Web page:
Bryan Caplan  

Your Zip Code or Yourself

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Auto insurance regulations in California are going to change. At first glance, the changes look completely reasonable: Insurers will have to base rates on the driving records of the people insured. From the Daily News:

Moving to end years of wrangling over the "redlining" issue, state Insurance Commissioner John Garamendi said the new regulations will require insurers to look first at a driver's record - not the community of residence - when determining rates.

This seems like a regulation against burning money. Isn't it in insurers' best interest to base premiums on riskiness of the individuals insured? But the economics is far more complex, for at least two reasons.

  • The correlation between actual driving ability and driving record is far from perfect. There are a lot of bad drivers who get lucky and avoid accidents and tickets, and a lot of good drivers who get unlucky and have accidents and tickets. Using information about the riskiness of drivers in your zip code is a good way to compensate.

    Simple example: The typical 16-year-old male has a perfect driving record, but he's still probably a bad driver. There just hasn't been time to reveal it. Basing his premiums on his demographics rather than exclusively on his record makes perfect sense.

  • The expected cost of insuring a driver depends on a lot more than his driving ability. It also depends on the driving ability of the people who live near him, the value of their cars, the way the local courts work, and so on. A bad driver who lives in the middle of nowhere is unlikely to get into expensive accidents.

As usual, California regulators play the demagogue. They don't even bother asking "If this regulation is such a good idea, why aren't insurers already doing it?" Here's Commissioner Garamendi: "A good driver, wherever they are in the state of California, ought to have a lower rate than a bad driver, wherever that person is in the state of California."

If Garamendi were consistent, of course he'd decree that rates in California have to equal the national average. After all, shouldn't a good driver, wherever he is in the nation, have a lower rate than a bad driver? The average rate in California for 2004 was $2243; why not force it down to $1222, the average premium in North Carolina? I'd like to hear Garamendi's answer.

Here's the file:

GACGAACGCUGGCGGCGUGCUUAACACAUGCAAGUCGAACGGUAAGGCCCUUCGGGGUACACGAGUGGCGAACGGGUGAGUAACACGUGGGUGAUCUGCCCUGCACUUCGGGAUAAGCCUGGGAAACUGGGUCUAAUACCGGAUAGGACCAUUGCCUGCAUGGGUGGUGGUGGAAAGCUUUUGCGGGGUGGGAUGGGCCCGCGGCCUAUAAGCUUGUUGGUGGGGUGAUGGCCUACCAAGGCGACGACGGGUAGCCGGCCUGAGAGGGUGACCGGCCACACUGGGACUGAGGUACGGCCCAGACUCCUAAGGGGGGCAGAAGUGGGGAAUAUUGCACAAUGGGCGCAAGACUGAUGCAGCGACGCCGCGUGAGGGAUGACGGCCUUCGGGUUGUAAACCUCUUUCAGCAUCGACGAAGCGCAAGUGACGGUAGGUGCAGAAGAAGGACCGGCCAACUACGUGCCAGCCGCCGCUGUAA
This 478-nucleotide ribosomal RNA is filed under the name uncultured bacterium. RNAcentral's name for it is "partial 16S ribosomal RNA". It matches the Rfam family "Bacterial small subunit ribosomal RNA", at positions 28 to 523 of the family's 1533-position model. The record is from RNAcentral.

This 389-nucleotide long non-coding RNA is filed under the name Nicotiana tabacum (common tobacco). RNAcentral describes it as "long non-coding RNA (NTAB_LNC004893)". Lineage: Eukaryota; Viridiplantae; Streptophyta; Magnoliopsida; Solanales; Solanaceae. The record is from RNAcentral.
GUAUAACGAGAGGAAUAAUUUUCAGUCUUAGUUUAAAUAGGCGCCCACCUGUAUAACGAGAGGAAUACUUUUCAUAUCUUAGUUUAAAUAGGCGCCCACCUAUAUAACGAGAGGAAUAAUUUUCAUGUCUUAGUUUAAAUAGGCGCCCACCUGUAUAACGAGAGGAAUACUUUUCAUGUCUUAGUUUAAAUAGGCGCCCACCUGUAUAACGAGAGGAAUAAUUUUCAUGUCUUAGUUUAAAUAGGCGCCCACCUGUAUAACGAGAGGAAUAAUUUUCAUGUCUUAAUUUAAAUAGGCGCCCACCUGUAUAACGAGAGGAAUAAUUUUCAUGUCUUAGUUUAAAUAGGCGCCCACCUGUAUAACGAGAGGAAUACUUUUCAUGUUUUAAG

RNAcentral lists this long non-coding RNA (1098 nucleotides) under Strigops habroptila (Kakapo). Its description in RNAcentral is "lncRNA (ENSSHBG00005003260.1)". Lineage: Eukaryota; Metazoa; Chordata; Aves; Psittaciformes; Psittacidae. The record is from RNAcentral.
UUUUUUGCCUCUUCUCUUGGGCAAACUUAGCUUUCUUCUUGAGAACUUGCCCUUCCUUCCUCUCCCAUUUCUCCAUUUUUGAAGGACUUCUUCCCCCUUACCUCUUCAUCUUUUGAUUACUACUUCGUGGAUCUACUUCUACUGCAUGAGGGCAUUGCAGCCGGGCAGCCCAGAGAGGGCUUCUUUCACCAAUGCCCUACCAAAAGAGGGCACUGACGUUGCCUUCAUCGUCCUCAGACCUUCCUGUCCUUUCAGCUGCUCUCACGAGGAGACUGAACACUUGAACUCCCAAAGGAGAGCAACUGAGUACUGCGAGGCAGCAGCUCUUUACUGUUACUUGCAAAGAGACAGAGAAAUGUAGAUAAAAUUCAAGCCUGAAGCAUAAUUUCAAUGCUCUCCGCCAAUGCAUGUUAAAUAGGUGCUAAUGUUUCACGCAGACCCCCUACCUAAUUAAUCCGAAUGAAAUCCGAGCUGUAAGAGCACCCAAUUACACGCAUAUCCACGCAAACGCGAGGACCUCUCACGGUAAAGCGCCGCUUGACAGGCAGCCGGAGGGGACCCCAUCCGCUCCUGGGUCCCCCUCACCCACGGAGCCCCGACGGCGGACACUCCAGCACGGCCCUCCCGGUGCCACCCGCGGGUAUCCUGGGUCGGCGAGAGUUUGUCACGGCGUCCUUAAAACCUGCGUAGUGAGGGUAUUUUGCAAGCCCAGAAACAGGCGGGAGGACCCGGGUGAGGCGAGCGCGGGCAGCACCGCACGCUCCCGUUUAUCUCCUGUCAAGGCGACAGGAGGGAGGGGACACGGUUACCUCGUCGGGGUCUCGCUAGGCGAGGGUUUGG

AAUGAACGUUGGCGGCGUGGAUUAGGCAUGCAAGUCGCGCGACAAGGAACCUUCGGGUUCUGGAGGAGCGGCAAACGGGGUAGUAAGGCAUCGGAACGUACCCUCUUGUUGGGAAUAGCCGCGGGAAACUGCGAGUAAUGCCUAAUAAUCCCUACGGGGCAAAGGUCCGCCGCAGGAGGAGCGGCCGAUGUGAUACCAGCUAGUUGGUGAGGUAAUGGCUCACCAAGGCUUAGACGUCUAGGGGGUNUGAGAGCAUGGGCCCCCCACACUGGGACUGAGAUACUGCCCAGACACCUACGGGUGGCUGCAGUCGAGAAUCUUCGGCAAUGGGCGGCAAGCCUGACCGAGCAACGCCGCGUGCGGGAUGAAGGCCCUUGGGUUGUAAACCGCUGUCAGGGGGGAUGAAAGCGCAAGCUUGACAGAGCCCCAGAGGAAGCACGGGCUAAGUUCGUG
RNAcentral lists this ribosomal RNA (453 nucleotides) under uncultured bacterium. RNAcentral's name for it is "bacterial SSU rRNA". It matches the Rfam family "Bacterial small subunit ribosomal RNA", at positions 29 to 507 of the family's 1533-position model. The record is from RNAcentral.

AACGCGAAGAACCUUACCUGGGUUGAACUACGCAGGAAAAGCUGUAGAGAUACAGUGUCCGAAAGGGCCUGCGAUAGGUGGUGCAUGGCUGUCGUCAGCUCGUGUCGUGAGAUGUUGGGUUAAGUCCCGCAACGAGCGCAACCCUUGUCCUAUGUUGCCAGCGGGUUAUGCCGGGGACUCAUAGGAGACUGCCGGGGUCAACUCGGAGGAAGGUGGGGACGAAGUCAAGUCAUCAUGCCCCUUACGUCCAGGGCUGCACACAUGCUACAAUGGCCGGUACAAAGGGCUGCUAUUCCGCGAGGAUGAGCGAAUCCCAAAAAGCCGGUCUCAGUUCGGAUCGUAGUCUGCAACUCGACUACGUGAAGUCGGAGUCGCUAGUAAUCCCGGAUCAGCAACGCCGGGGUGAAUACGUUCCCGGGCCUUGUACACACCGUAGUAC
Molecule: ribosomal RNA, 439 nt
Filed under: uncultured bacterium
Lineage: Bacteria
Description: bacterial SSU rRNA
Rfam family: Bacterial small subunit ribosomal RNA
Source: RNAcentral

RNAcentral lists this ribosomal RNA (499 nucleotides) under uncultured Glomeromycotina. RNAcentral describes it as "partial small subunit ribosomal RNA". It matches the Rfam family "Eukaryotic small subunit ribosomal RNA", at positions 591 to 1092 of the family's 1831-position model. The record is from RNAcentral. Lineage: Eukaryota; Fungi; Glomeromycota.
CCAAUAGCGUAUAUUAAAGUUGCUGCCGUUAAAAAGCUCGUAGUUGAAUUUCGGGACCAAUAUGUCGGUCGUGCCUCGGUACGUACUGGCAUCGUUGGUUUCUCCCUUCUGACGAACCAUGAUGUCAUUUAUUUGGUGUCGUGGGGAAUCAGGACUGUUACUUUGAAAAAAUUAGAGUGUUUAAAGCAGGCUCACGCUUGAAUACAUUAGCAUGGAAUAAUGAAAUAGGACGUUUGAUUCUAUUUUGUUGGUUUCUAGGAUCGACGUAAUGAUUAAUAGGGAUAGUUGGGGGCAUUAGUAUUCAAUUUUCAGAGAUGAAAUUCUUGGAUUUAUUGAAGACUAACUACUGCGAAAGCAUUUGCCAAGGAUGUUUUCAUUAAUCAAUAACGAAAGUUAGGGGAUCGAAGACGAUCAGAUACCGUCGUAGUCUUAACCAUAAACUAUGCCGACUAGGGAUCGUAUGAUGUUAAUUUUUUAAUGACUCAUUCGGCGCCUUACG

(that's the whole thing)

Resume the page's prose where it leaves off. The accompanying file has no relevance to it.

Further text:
Well, actually, I wish I could read his answer on an exam, then give him the F he deserves.


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COMMENTS (37 to date)
James writes:

While I agree with the reductio towards the end of Bryan's post, I hope lawmakers at the national level (or more plausibly their aides) don't read econlog or we may just wind up with a law requiring insurance companies to offer the same rate to similar drivers regardless of their state of residence.

Daveg writes:

This look like a very politically explosive issue to me.

If the rates of all the people in the suburbs increase, I think their state congressmen and state senators will hear about it...

I can't belive he would wade into this can of worms...

T.R. Elliott writes:

The logic of your argument is totally confusing. First, I need to understand you basic position on insurance. Do you believe health insurance companies should use genetic testing in order to charge people higher premiums with a high probability of, for example, getting cancer? They can easily do it. A little genetic testing. A little analysis of the family. Is that how you think insurance should work? I don't. I believe risks should be averaged.